Indeed, I just noticed the $780 Weapon Lemo Adaptor Collection.
You'll also need a $220-$240 LCD Cable to go with the Red Touch 4.7" that may or may not start shipping in early 2016. Unless the touchscreen directly connects to the camera without a cable.
I have heard that the NTG-2 is a "quiet" microphone, so you need a good preamp/mixer or you'll get a lot of noise. I believe the Tascam DR-70D preamps are a lot better than the DR-40. I use the DR-40 with the original Sound Devices MixPre (not MixPre-D) with a "quiet" microphone and I get good results since the MixPre has excellent preamps.
The DR-70D is probably the best choice as far as preamps go, especially if you buy the NTG-2.
My shotgun microphone has similar specs to the AT875R. You'll be happy with it. It's cheaper, smaller and lighter than the ones that take batteries. You'll have a recorder with phantom power anyways with the Tascam DR-40 or Tascam DR-70D.
What frustrates me about the Blackmagic Video Assist is that it doesn't have a 1/8" audio in jack. So, you're stuck with whatever audio is embedded in the HDMI or SDI stream. I think that was a big mistake on Blackmagic's part.
I would budget the following:
$250 APS-C camera (T2i with magic lantern anybody? Check out Kendy Ty.)
$400 fast prime lens(es) (50mm F1.8, 24mm F2.8, etc.)
$700 audio solution (mic, pre-amp, recorder, boom pole, stand, cables, headphones)
$100 camera support (tripod and/or shoulder)
$200 fluorescent lighting kit (or if using natural lighting, spend more on lenses or sound)
$350 misc. accessories (SD cards, ND filters, chargers, batteries, LCD viewfinder, adapters, cables, etc.)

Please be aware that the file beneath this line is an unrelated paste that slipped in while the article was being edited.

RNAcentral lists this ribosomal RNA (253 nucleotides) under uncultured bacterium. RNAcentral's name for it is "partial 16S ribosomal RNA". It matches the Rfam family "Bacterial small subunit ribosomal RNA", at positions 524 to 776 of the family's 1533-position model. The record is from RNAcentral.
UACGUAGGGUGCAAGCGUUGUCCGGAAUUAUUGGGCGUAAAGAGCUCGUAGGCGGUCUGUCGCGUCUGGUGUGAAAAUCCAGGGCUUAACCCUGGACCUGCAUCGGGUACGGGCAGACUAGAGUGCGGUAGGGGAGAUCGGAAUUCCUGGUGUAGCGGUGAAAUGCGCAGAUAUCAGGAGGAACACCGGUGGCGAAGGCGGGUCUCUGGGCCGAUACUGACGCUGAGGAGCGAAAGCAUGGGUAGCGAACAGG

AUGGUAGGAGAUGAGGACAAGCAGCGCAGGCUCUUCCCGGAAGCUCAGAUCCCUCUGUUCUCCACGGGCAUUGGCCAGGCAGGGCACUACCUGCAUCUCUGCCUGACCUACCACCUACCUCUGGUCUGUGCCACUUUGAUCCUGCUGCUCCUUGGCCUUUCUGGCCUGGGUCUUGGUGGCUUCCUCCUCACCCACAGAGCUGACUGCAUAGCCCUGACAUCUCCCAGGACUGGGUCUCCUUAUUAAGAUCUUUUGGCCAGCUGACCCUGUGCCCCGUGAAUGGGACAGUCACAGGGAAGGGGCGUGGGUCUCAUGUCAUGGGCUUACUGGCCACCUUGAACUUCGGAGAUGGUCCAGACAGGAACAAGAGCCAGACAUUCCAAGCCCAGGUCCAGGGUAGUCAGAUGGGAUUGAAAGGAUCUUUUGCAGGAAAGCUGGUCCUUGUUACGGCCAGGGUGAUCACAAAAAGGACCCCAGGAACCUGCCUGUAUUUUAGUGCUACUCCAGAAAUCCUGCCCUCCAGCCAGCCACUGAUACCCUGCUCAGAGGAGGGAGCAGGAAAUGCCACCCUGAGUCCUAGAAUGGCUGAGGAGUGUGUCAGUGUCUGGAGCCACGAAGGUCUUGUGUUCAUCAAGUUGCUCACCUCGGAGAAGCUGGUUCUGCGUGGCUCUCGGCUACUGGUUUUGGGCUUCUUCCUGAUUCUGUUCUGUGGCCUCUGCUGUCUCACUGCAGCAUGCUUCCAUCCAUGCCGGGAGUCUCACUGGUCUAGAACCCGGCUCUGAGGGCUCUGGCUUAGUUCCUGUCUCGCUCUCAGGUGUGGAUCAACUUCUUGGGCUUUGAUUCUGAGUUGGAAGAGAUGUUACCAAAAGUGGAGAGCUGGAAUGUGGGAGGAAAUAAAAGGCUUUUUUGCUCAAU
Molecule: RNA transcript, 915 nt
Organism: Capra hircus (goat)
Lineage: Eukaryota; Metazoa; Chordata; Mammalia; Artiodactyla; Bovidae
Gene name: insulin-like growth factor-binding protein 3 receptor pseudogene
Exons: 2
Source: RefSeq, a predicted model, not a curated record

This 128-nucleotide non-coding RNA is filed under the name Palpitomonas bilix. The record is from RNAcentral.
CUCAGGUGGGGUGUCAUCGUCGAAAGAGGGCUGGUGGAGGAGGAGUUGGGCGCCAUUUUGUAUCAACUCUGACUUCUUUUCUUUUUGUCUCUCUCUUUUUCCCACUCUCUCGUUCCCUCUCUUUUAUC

Yes, spend more on audio. It will hold its value through years of camera upgrades. Buy a cheap used camera. Get used to manual focus and shallow depth of field. All of this gear adds up quickly, so stick to your budget in the different categories. I work at a production company where I have access to Arri Alexa, Red Epic MX, Sony A7s, Blackmagic Production Camera, 1D Mark IV, MoVI M10, Kessler CineDrive, GoPro, Arri Ultraprimes, tons of Canon L glass, etc. I've used them all except the Alexa, which we just bought.
I shoot on a used Canon 60D with Magic Lantern. I can borrow the other stuff for free if I want, but it's so much better having your own cheap camera to play around with.
People who spend too much on their camera become "camera poor." The good thing about buying a used camera that is over five years old is they are cheap, highly supported with forums and tutorials, have cheap third-party accessories, etc. Remember, everything you buy that is not camera-specific is more future-proof. So, sound, lighting, supports, some lenses, and some accessories will work with future cameras when you decide to upgrade. Focus on investing in those areas.
$450 can get you the camera, 50mm F1.8 lens and an SD card to be able to shoot with the bare minimum. You'll know what else you need to buy after a bit of time playing with it.